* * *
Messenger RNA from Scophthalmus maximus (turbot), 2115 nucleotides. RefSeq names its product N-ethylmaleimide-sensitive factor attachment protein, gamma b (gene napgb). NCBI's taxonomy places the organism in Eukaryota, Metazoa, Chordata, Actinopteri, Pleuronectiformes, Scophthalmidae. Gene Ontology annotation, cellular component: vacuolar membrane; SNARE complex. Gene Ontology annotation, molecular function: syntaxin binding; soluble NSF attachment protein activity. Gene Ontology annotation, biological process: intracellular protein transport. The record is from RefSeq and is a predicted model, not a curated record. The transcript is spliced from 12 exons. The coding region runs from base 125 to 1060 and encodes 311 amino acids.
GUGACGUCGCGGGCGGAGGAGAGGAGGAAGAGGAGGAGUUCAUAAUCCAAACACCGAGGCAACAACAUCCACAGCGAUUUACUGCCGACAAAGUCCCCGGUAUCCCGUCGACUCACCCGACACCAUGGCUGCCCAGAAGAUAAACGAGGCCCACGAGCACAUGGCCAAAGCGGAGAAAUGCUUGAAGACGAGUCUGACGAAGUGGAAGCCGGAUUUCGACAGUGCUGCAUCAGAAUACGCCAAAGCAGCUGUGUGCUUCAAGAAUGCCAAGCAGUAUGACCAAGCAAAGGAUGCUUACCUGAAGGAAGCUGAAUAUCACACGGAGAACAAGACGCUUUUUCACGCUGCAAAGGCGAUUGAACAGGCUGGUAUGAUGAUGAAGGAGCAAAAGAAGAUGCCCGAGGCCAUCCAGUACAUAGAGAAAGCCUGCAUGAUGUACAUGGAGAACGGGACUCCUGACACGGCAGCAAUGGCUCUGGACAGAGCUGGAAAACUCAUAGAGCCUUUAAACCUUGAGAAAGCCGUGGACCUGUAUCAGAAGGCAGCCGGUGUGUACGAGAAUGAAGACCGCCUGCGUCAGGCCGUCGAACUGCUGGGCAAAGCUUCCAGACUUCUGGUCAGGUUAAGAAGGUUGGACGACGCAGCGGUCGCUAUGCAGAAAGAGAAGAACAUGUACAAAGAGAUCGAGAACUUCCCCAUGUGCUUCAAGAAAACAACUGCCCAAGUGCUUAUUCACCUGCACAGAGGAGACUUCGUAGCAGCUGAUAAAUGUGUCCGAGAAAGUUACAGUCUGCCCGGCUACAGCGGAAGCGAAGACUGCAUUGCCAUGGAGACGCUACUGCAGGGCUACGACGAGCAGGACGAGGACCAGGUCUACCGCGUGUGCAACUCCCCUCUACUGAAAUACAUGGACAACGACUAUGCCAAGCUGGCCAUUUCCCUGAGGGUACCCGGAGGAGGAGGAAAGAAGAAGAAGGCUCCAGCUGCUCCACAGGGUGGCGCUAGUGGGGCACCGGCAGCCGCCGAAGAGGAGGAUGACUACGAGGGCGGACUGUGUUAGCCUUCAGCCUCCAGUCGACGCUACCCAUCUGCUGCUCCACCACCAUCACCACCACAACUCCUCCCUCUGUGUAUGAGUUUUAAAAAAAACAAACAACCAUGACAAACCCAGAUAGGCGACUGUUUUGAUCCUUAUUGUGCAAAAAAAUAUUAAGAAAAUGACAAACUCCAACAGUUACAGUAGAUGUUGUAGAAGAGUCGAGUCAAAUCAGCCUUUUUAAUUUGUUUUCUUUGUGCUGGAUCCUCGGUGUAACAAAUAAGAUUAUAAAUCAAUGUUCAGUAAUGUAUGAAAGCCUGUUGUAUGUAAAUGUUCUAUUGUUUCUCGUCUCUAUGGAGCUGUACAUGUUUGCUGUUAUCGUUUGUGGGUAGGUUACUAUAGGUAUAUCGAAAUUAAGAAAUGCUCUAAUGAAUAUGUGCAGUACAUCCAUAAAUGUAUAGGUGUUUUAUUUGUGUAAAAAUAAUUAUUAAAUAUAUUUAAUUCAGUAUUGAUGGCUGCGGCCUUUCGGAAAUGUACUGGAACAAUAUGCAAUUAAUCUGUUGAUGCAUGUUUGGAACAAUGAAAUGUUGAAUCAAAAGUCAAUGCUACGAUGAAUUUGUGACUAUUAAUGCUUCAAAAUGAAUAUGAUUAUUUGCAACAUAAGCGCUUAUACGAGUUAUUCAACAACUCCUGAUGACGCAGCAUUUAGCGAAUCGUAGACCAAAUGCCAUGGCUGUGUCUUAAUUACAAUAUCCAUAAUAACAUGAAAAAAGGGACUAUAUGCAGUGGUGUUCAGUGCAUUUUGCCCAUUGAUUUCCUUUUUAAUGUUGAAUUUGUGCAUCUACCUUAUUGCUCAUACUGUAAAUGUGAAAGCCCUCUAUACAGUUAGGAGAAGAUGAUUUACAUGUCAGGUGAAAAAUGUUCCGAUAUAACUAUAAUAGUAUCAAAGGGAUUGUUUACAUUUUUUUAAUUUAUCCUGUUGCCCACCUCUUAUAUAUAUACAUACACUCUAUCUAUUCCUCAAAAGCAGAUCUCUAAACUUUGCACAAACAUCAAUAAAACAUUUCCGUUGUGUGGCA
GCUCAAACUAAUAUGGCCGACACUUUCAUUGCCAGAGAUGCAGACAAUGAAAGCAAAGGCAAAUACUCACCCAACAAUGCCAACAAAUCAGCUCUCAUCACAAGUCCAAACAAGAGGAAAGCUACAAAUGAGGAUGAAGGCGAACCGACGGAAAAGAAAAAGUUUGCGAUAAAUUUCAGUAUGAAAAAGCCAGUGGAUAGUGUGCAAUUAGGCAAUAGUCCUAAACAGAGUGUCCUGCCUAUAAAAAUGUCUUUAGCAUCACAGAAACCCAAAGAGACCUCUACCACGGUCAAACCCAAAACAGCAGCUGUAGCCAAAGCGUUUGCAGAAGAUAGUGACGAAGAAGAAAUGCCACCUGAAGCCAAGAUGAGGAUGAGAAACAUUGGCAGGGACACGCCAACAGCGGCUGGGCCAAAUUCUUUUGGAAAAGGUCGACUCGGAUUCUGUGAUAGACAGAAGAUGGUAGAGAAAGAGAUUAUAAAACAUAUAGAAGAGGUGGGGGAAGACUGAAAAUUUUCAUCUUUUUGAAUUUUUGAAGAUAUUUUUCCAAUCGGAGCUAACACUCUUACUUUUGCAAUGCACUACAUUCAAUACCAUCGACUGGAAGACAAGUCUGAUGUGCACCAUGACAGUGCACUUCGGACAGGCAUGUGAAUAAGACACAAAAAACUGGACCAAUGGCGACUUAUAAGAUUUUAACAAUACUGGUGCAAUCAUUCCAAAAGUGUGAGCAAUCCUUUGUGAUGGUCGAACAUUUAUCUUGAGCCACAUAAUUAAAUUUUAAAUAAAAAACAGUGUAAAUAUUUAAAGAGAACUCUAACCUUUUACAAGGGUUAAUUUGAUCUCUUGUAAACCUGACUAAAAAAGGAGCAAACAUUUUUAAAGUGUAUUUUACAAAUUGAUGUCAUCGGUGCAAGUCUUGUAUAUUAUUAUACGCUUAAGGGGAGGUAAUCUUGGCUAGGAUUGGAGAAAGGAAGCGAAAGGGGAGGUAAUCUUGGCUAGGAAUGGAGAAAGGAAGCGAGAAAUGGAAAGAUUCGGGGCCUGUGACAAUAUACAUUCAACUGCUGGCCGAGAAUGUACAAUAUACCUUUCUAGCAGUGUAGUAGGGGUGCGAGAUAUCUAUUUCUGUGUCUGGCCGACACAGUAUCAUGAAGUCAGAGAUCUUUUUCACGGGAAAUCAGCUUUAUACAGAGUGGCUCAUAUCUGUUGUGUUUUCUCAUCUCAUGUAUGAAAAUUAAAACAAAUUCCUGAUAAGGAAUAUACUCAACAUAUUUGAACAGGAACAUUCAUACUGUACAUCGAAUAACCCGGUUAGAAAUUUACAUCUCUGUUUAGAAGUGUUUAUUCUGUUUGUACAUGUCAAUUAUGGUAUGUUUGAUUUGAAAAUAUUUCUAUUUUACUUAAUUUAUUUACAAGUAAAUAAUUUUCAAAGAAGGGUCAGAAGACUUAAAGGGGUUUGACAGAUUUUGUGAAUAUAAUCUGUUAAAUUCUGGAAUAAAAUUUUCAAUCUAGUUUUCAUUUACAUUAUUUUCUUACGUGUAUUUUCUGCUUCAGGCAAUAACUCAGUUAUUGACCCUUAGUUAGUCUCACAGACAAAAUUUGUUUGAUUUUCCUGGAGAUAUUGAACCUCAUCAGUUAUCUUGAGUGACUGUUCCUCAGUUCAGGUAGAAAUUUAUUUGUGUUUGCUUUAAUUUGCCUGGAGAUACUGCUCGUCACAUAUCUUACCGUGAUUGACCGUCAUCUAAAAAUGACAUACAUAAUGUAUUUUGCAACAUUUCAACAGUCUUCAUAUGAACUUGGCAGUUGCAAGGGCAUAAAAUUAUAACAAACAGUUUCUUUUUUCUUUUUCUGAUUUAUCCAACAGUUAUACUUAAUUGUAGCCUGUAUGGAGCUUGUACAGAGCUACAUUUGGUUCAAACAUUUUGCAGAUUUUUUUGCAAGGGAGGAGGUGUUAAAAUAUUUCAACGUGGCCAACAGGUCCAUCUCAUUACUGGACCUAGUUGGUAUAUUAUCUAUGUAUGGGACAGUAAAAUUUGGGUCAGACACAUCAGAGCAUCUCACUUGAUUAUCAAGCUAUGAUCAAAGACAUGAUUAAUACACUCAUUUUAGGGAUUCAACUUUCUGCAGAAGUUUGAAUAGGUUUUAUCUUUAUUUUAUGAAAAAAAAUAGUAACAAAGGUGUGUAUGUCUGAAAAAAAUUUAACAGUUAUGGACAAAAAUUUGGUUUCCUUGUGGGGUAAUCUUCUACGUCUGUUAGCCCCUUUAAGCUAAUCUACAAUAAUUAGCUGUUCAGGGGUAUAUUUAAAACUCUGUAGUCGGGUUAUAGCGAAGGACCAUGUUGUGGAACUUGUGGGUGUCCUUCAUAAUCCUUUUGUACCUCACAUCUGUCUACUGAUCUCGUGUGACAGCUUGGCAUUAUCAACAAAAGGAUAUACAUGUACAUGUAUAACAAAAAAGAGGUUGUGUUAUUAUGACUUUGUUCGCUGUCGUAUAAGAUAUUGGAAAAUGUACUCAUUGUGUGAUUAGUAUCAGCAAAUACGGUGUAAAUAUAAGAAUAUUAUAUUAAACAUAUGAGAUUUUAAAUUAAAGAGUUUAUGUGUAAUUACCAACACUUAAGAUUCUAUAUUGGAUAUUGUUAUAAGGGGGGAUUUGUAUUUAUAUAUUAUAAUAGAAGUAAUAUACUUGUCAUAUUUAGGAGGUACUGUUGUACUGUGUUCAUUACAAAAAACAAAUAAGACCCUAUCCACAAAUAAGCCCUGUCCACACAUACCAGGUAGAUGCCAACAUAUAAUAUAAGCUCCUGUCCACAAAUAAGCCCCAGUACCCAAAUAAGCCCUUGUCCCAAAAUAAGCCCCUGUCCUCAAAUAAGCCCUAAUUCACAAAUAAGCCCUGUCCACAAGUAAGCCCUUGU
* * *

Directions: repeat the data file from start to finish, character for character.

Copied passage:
Messenger RNA from Scophthalmus maximus (turbot), 2115 nucleotides. RefSeq names its product N-ethylmaleimide-sensitive factor attachment protein, gamma b (gene napgb). NCBI's taxonomy places the organism in Eukaryota, Metazoa, Chordata, Actinopteri, Pleuronectiformes, Scophthalmidae. Gene Ontology annotation, cellular component: vacuolar membrane; SNARE complex. Gene Ontology annotation, molecular function: syntaxin binding; soluble NSF attachment protein activity. Gene Ontology annotation, biological process: intracellular protein transport. The record is from RefSeq and is a predicted model, not a curated record. The transcript is spliced from 12 exons. The coding region runs from base 125 to 1060 and encodes 311 amino acids.
GUGACGUCGCGGGCGGAGGAGAGGAGGAAGAGGAGGAGUUCAUAAUCCAAACACCGAGGCAACAACAUCCACAGCGAUUUACUGCCGACAAAGUCCCCGGUAUCCCGUCGACUCACCCGACACCAUGGCUGCCCAGAAGAUAAACGAGGCCCACGAGCACAUGGCCAAAGCGGAGAAAUGCUUGAAGACGAGUCUGACGAAGUGGAAGCCGGAUUUCGACAGUGCUGCAUCAGAAUACGCCAAAGCAGCUGUGUGCUUCAAGAAUGCCAAGCAGUAUGACCAAGCAAAGGAUGCUUACCUGAAGGAAGCUGAAUAUCACACGGAGAACAAGACGCUUUUUCACGCUGCAAAGGCGAUUGAACAGGCUGGUAUGAUGAUGAAGGAGCAAAAGAAGAUGCCCGAGGCCAUCCAGUACAUAGAGAAAGCCUGCAUGAUGUACAUGGAGAACGGGACUCCUGACACGGCAGCAAUGGCUCUGGACAGAGCUGGAAAACUCAUAGAGCCUUUAAACCUUGAGAAAGCCGUGGACCUGUAUCAGAAGGCAGCCGGUGUGUACGAGAAUGAAGACCGCCUGCGUCAGGCCGUCGAACUGCUGGGCAAAGCUUCCAGACUUCUGGUCAGGUUAAGAAGGUUGGACGACGCAGCGGUCGCUAUGCAGAAAGAGAAGAACAUGUACAAAGAGAUCGAGAACUUCCCCAUGUGCUUCAAGAAAACAACUGCCCAAGUGCUUAUUCACCUGCACAGAGGAGACUUCGUAGCAGCUGAUAAAUGUGUCCGAGAAAGUUACAGUCUGCCCGGCUACAGCGGAAGCGAAGACUGCAUUGCCAUGGAGACGCUACUGCAGGGCUACGACGAGCAGGACGAGGACCAGGUCUACCGCGUGUGCAACUCCCCUCUACUGAAAUACAUGGACAACGACUAUGCCAAGCUGGCCAUUUCCCUGAGGGUACCCGGAGGAGGAGGAAAGAAGAAGAAGGCUCCAGCUGCUCCACAGGGUGGCGCUAGUGGGGCACCGGCAGCCGCCGAAGAGGAGGAUGACUACGAGGGCGGACUGUGUUAGCCUUCAGCCUCCAGUCGACGCUACCCAUCUGCUGCUCCACCACCAUCACCACCACAACUCCUCCCUCUGUGUAUGAGUUUUAAAAAAAACAAACAACCAUGACAAACCCAGAUAGGCGACUGUUUUGAUCCUUAUUGUGCAAAAAAAUAUUAAGAAAAUGACAAACUCCAACAGUUACAGUAGAUGUUGUAGAAGAGUCGAGUCAAAUCAGCCUUUUUAAUUUGUUUUCUUUGUGCUGGAUCCUCGGUGUAACAAAUAAGAUUAUAAAUCAAUGUUCAGUAAUGUAUGAAAGCCUGUUGUAUGUAAAUGUUCUAUUGUUUCUCGUCUCUAUGGAGCUGUACAUGUUUGCUGUUAUCGUUUGUGGGUAGGUUACUAUAGGUAUAUCGAAAUUAAGAAAUGCUCUAAUGAAUAUGUGCAGUACAUCCAUAAAUGUAUAGGUGUUUUAUUUGUGUAAAAAUAAUUAUUAAAUAUAUUUAAUUCAGUAUUGAUGGCUGCGGCCUUUCGGAAAUGUACUGGAACAAUAUGCAAUUAAUCUGUUGAUGCAUGUUUGGAACAAUGAAAUGUUGAAUCAAAAGUCAAUGCUACGAUGAAUUUGUGACUAUUAAUGCUUCAAAAUGAAUAUGAUUAUUUGCAACAUAAGCGCUUAUACGAGUUAUUCAACAACUCCUGAUGACGCAGCAUUUAGCGAAUCGUAGACCAAAUGCCAUGGCUGUGUCUUAAUUACAAUAUCCAUAAUAACAUGAAAAAAGGGACUAUAUGCAGUGGUGUUCAGUGCAUUUUGCCCAUUGAUUUCCUUUUUAAUGUUGAAUUUGUGCAUCUACCUUAUUGCUCAUACUGUAAAUGUGAAAGCCCUCUAUACAGUUAGGAGAAGAUGAUUUACAUGUCAGGUGAAAAAUGUUCCGAUAUAACUAUAAUAGUAUCAAAGGGAUUGUUUACAUUUUUUUAAUUUAUCCUGUUGCCCACCUCUUAUAUAUAUACAUACACUCUAUCUAUUCCUCAAAAGCAGAUCUCUAAACUUUGCACAAACAUCAAUAAAACAUUUCCGUUGUGUGGCA
GCUCAAACUAAUAUGGCCGACACUUUCAUUGCCAGAGAUGCAGACAAUGAAAGCAAAGGCAAAUACUCACCCAACAAUGCCAACAAAUCAGCUCUCAUCACAAGUCCAAACAAGAGGAAAGCUACAAAUGAGGAUGAAGGCGAACCGACGGAAAAGAAAAAGUUUGCGAUAAAUUUCAGUAUGAAAAAGCCAGUGGAUAGUGUGCAAUUAGGCAAUAGUCCUAAACAGAGUGUCCUGCCUAUAAAAAUGUCUUUAGCAUCACAGAAACCCAAAGAGACCUCUACCACGGUCAAACCCAAAACAGCAGCUGUAGCCAAAGCGUUUGCAGAAGAUAGUGACGAAGAAGAAAUGCCACCUGAAGCCAAGAUGAGGAUGAGAAACAUUGGCAGGGACACGCCAACAGCGGCUGGGCCAAAUUCUUUUGGAAAAGGUCGACUCGGAUUCUGUGAUAGACAGAAGAUGGUAGAGAAAGAGAUUAUAAAACAUAUAGAAGAGGUGGGGGAAGACUGAAAAUUUUCAUCUUUUUGAAUUUUUGAAGAUAUUUUUCCAAUCGGAGCUAACACUCUUACUUUUGCAAUGCACUACAUUCAAUACCAUCGACUGGAAGACAAGUCUGAUGUGCACCAUGACAGUGCACUUCGGACAGGCAUGUGAAUAAGACACAAAAAACUGGACCAAUGGCGACUUAUAAGAUUUUAACAAUACUGGUGCAAUCAUUCCAAAAGUGUGAGCAAUCCUUUGUGAUGGUCGAACAUUUAUCUUGAGCCACAUAAUUAAAUUUUAAAUAAAAAACAGUGUAAAUAUUUAAAGAGAACUCUAACCUUUUACAAGGGUUAAUUUGAUCUCUUGUAAACCUGACUAAAAAAGGAGCAAACAUUUUUAAAGUGUAUUUUACAAAUUGAUGUCAUCGGUGCAAGUCUUGUAUAUUAUUAUACGCUUAAGGGGAGGUAAUCUUGGCUAGGAUUGGAGAAAGGAAGCGAAAGGGGAGGUAAUCUUGGCUAGGAAUGGAGAAAGGAAGCGAGAAAUGGAAAGAUUCGGGGCCUGUGACAAUAUACAUUCAACUGCUGGCCGAGAAUGUACAAUAUACCUUUCUAGCAGUGUAGUAGGGGUGCGAGAUAUCUAUUUCUGUGUCUGGCCGACACAGUAUCAUGAAGUCAGAGAUCUUUUUCACGGGAAAUCAGCUUUAUACAGAGUGGCUCAUAUCUGUUGUGUUUUCUCAUCUCAUGUAUGAAAAUUAAAACAAAUUCCUGAUAAGGAAUAUACUCAACAUAUUUGAACAGGAACAUUCAUACUGUACAUCGAAUAACCCGGUUAGAAAUUUACAUCUCUGUUUAGAAGUGUUUAUUCUGUUUGUACAUGUCAAUUAUGGUAUGUUUGAUUUGAAAAUAUUUCUAUUUUACUUAAUUUAUUUACAAGUAAAUAAUUUUCAAAGAAGGGUCAGAAGACUUAAAGGGGUUUGACAGAUUUUGUGAAUAUAAUCUGUUAAAUUCUGGAAUAAAAUUUUCAAUCUAGUUUUCAUUUACAUUAUUUUCUUACGUGUAUUUUCUGCUUCAGGCAAUAACUCAGUUAUUGACCCUUAGUUAGUCUCACAGACAAAAUUUGUUUGAUUUUCCUGGAGAUAUUGAACCUCAUCAGUUAUCUUGAGUGACUGUUCCUCAGUUCAGGUAGAAAUUUAUUUGUGUUUGCUUUAAUUUGCCUGGAGAUACUGCUCGUCACAUAUCUUACCGUGAUUGACCGUCAUCUAAAAAUGACAUACAUAAUGUAUUUUGCAACAUUUCAACAGUCUUCAUAUGAACUUGGCAGUUGCAAGGGCAUAAAAUUAUAACAAACAGUUUCUUUUUUCUUUUUCUGAUUUAUCCAACAGUUAUACUUAAUUGUAGCCUGUAUGGAGCUUGUACAGAGCUACAUUUGGUUCAAACAUUUUGCAGAUUUUUUUGCAAGGGAGGAGGUGUUAAAAUAUUUCAACGUGGCCAACAGGUCCAUCUCAUUACUGGACCUAGUUGGUAUAUUAUCUAUGUAUGGGACAGUAAAAUUUGGGUCAGACACAUCAGAGCAUCUCACUUGAUUAUCAAGCUAUGAUCAAAGACAUGAUUAAUACACUCAUUUUAGGGAUUCAACUUUCUGCAGAAGUUUGAAUAGGUUUUAUCUUUAUUUUAUGAAAAAAAAUAGUAACAAAGGUGUGUAUGUCUGAAAAAAAUUUAACAGUUAUGGACAAAAAUUUGGUUUCCUUGUGGGGUAAUCUUCUACGUCUGUUAGCCCCUUUAAGCUAAUCUACAAUAAUUAGCUGUUCAGGGGUAUAUUUAAAACUCUGUAGUCGGGUUAUAGCGAAGGACCAUGUUGUGGAACUUGUGGGUGUCCUUCAUAAUCCUUUUGUACCUCACAUCUGUCUACUGAUCUCGUGUGACAGCUUGGCAUUAUCAACAAAAGGAUAUACAUGUACAUGUAUAACAAAAAAGAGGUUGUGUUAUUAUGACUUUGUUCGCUGUCGUAUAAGAUAUUGGAAAAUGUACUCAUUGUGUGAUUAGUAUCAGCAAAUACGGUGUAAAUAUAAGAAUAUUAUAUUAAACAUAUGAGAUUUUAAAUUAAAGAGUUUAUGUGUAAUUACCAACACUUAAGAUUCUAUAUUGGAUAUUGUUAUAAGGGGGGAUUUGUAUUUAUAUAUUAUAAUAGAAGUAAUAUACUUGUCAUAUUUAGGAGGUACUGUUGUACUGUGUUCAUUACAAAAAACAAAUAAGACCCUAUCCACAAAUAAGCCCUGUCCACACAUACCAGGUAGAUGCCAACAUAUAAUAUAAGCUCCUGUCCACAAAUAAGCCCCAGUACCCAAAUAAGCCCUUGUCCCAAAAUAAGCCCCUGUCCUCAAAUAAGCCCUAAUUCACAAAUAAGCCCUGUCCACAAGUAAGCCCUUGU